The reasons Universal Pictures ultimately went from suspending the marketing campaign for The Hunt to pulling it from the release schedule entirely have evolved over time. At first it seemed to be because advertising a movie about people being hunted by a group of bored elites looking for a little excitement seemed in bad taste following the recent mass shootings in El Paso and Dayton.
Reports later emerged the studio was shaken by reactions to test screenings of the class-based satire that had already generated death threats and concerns over a broader cultural backlash. Universal’s primary issue appears to be in the handling of the situation, which has put them in the position of being reactive not proactive.
While I don’t agree with the decision – we deserve to debate the movie itself, not have endless discussions that build off the latest Hot Take until the snake has eaten its own tail several times over – it is understandable to some extent. Stories about people being hunted, even if they are satire in nature, may not be received well in an age where aspiring shooters are making kill lists and arming themselves with hundreds of rounds before beginning their own hunting.
So why, one is forced to wonder, is Fox Searchlight continuing as planned with this week’s release of Ready Or Not? Like The Hunt, Ready Or Not revolves around humans hunting other humans.
That movie stars Samara Weaving as Grace, a woman about to marry Alex (Mark O’Brien), part of a family that has made its fortune selling games. At a dinner at the Le Domas family mansion after the wedding, Grace is asked to participate in the tradition of playing a game anytime someone new joins the family. The game turns out to be Ready or Not. What surprises Grace is that this version involves her being hunted by everyone else. Only if she survives until dawn will she be deemed worthy to actually become one of the Le Domas clan.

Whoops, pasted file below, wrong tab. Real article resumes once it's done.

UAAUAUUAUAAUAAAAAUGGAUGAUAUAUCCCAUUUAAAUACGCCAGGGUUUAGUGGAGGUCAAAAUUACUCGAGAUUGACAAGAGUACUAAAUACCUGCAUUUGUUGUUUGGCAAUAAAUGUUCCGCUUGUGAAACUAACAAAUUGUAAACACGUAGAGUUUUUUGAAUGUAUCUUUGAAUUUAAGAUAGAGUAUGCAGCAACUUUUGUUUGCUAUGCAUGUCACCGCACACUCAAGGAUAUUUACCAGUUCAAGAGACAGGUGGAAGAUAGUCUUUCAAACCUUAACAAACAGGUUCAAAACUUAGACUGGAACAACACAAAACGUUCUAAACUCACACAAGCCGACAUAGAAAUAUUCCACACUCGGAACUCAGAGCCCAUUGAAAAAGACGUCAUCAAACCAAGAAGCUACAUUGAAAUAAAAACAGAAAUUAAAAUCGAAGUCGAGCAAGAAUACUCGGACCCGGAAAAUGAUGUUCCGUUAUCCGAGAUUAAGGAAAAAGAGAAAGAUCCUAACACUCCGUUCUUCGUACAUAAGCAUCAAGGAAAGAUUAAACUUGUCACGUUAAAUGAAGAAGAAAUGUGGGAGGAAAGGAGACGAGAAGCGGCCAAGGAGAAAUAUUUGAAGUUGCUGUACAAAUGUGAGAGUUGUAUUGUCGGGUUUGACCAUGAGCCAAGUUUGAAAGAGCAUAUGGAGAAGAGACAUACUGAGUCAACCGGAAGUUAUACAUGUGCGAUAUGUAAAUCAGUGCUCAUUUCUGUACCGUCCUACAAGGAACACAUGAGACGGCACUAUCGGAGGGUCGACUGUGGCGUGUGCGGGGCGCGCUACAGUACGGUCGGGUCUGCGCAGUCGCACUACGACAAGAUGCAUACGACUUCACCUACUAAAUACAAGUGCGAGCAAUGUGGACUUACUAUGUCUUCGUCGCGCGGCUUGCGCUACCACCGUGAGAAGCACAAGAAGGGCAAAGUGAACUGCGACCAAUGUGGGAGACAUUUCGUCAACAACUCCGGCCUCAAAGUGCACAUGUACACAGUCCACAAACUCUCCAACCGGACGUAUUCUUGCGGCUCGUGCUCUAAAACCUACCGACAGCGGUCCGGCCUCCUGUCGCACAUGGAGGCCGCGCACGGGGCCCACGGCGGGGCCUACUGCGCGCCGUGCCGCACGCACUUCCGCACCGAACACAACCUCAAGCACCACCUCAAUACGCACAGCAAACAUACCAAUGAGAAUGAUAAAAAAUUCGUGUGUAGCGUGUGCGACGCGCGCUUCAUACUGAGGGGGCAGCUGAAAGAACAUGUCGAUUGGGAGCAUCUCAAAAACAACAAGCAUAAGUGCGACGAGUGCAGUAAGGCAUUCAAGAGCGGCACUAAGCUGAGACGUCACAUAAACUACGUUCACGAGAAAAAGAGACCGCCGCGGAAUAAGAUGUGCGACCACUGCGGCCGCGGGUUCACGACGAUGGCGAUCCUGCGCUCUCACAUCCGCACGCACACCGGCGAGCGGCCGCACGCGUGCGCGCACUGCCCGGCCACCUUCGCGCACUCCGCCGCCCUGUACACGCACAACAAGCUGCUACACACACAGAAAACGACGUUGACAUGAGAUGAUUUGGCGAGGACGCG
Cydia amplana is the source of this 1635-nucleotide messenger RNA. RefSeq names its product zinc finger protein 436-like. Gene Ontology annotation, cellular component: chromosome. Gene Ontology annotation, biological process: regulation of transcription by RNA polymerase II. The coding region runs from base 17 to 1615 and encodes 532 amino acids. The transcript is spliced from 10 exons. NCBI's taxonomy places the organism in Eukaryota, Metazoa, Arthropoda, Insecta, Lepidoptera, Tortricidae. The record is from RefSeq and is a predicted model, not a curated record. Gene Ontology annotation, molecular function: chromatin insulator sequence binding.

If there’s any difference between the public presentations of the two movies, it’s that Ready Or Not is not as overtly about class differences. There are no mentions of “deplorables” or “the one percent” or other keywords that are likely to generate headlines and stir up emotions among people who don’t care to be criticized.
Instead, it’s just about a woman being hunted for who she is. That message, it seems, is still acceptable.
It’s surprising, since real world incidents of liberal elites taking out their frustrations on rednecks by hunting them through the woods of a European estate are surprisingly difficult to come across. Startlingly common, though, are instances of mass shooters sporting a history of abusing women or feeling deep-seated anger over having been rejected by women. The shooter who killed so many people in Dayton recently reportedly had a list of women he wanted to kill or rape, presumably because they had wronged him in some imagined way.
That one movie that seemed to have something at least worth considering about class roles has been spiked because it was seen as offensive while another about hunting a women to keep a family bloodline pure and untainted by interlopers moves forward says something about society that we don’t seem to be addressing. Namely, that you can try and kill as many women as you want, but if you dare put anyone who looks like they may have worn a MAGA hat in the crosshairs, there will be hell to pay.
Universal didn’t spontaneously decide to pull The Hunt, it did so in reaction to some reactions and the concern there would be more. A barrage of criticism from Fox News would have been bad for the studio and bad for its corporate parent Comcast. That a similar outcry hasn’t been directed at Fox Searchlight or its corporate parent Disney – recently said to be concerned over the Hitler satire JoJo Rabbit would be too controversial for its audience – is notable.